How might an exploration of your dark side, and perhaps revealing it to those you trust, create new opportunities and possibilities for you over (at least) the next lunar cycle?

Friday Review: FEAR


How often do you let fear stop you from achieving your goal? Here are a few fear-related posts you may have missed. Click the links to read the full message.


“Our doubts are traitors and make us lose the good we oft might win by fearing to attempt.”




“Become so wrapped up in something that you forget to be afraid.”





“Do one thing each day that scares you.”





The Scariest Moment

“The scariest moment is always just before you start.”

-Stephen King, American Contemporary Horror Author

Image from themostimportantnews.com

Image from themostimportantnews.com

Take a minute to consider the scariest moments in your life. Things that might come to mind are:

  • Public Speaking
  • A really fast roller coaster ride
  • Skydiving
  • Getting a new job that requires skills you do not have
  • Writing your first book or starting your first business
  • Resigning from a stable job to transition into a new career

Experience all the sensations we associate with fear: cold sweats, shakes, rubbery legs, and your heart pounding in your chest.  How often do you stop and retreat? How often do find the courage to move forward?


I’d like you to try being courageous for just 20 seconds when you experience scary moments. When you feel fear welling up, tell yourself “I can be brave for 20 seconds,” or “I can handle that for 20 seconds.”  Before long, you will discover the exhilaration and excitement of getting past the barrier of fear we all experience.

Start today, and commit to developing a 20-second courage habit every day this week, and beyond.

“If it scares you, it may be…”

“If it scares you, it may be a good thing to try.”

-Seth Godin, American Author

QC #803

As I examine my own life and identify its highlights, I realize that many of them involved overcoming a fear in order to achieve some form of breakthrough. Among them are:

  • Starting my first business at age eleven!
  • Risking rejecting in applying to a highly competitive high school.
  • The “What Ifs” of resigning from a secure yet unsatisfying Fortune 500 career to enter the coaching profession when it was in its infancy.
  • The fear of judgement as I began speaking to increasingly large groups of people.
  • Risking potential criticism and judgement in writing and publishing my own blog and book.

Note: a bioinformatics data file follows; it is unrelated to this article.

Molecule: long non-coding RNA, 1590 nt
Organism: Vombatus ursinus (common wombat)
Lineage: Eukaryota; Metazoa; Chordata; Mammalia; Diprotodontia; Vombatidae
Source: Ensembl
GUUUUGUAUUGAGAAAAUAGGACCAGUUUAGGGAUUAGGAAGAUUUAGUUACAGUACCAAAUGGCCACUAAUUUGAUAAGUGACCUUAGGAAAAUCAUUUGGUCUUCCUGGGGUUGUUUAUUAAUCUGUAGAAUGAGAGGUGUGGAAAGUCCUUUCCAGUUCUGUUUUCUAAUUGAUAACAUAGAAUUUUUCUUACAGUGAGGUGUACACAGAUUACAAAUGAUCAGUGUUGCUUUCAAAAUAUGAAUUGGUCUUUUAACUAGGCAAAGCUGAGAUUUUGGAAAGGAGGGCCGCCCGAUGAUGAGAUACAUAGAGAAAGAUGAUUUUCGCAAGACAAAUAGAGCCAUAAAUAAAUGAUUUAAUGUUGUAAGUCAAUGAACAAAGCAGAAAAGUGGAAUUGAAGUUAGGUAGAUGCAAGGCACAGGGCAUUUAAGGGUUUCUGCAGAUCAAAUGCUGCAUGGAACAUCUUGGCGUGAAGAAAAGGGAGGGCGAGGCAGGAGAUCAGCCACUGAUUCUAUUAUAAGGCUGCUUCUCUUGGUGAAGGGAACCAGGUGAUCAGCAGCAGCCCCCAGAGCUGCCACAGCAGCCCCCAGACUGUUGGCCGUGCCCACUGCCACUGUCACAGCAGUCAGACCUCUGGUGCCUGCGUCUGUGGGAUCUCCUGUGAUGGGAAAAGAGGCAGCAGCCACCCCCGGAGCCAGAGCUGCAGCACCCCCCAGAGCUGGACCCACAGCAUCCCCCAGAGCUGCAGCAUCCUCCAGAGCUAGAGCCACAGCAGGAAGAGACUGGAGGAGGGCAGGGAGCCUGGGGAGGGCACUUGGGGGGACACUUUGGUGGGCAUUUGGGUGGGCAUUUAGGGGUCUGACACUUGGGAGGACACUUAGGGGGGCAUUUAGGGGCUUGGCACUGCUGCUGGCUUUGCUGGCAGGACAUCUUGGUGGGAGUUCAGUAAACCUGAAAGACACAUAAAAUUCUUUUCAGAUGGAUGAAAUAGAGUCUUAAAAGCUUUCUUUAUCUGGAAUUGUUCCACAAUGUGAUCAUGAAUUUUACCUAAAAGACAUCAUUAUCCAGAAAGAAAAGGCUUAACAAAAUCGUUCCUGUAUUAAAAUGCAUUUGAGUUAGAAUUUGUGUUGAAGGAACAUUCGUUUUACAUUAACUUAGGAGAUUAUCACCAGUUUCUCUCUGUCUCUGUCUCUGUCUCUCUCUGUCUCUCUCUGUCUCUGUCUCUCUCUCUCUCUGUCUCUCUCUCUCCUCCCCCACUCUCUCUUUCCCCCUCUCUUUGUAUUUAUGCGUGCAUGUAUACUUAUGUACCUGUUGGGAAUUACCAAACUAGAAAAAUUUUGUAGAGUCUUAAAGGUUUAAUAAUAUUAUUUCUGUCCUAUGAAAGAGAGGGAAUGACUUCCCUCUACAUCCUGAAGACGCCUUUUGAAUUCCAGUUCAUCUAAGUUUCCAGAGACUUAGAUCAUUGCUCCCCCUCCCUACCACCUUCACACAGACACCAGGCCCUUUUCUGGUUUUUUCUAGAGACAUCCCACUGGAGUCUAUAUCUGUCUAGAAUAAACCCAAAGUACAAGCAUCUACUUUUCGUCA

Examine the things that have scared you over the years, and look at what scares you today. Where would giving some of these things a try help you overcome the fears and bring you even greater rewards and life satisfaction?

“Fear doesn’t prevent death…”

“Fear doesn’t prevent death, but it certainly prevents life.”

—Darren Hardy, Publisher of Success Magazine

Photo from Flickr by Juan Pablo Gonzalez

Photo from Flickr by Juan Pablo Gonzalez

Many years ago, I attended a personal development seminar with about 150 people where the presenter asked the participants why most people get up in the morning. Following a variety of expected responses such as “to go to work and make a living,” he gave his own answer.

He said that most people get up in the morning because they did not die in their sleep.

The entire audience was shocked.

His perspective was that a majority of people navigate through their days a bit robotically without any level of excitement, vitality, or enthusiasm.

Fear, he suggested, was a primary reason many of us lower our sights and play it safe. Rather than not being dead, he asked us to look at the question: What does it mean to be fully alive?


In what way will you overcome a fear you may have by summoning the courage to be fully alive today?

“Do one thing each day that scares you.”

“Do one thing each day that scares you.”

—Eleanor Roosevelt, longest-serving First Lady of the United States

Photo from Flickr by Nikki Collett

Photo from Flickr by Nikki Collett

I’m not a big fan of being scared. I don’t care for heights, roller coasters are not on my list of fun activities, and I’m unlikely to go to scary movies. Why are such activities so popular with many people?

Facing my fears gives me a booster shot of “Aliveness.”  When I examine the fears I held as I entered and pursued my career in coaching, these things happened:

  • I resigned from the stability of a Fortune 500 Company, without a salary to support myself, my wife, and my two young children.
  • I spent three months networking and reaching out to people I did not know, with no tangible results.
  • I gave many talks and speeches (public speaking is one of most people’s fears) to numerous groups to create awareness of my services.
  • I tapped into savings to secure an office instead of working from home to save money.


What one thing will you do today that scares you and will help you achieve an authentic goal and fulfill more of your highest potential?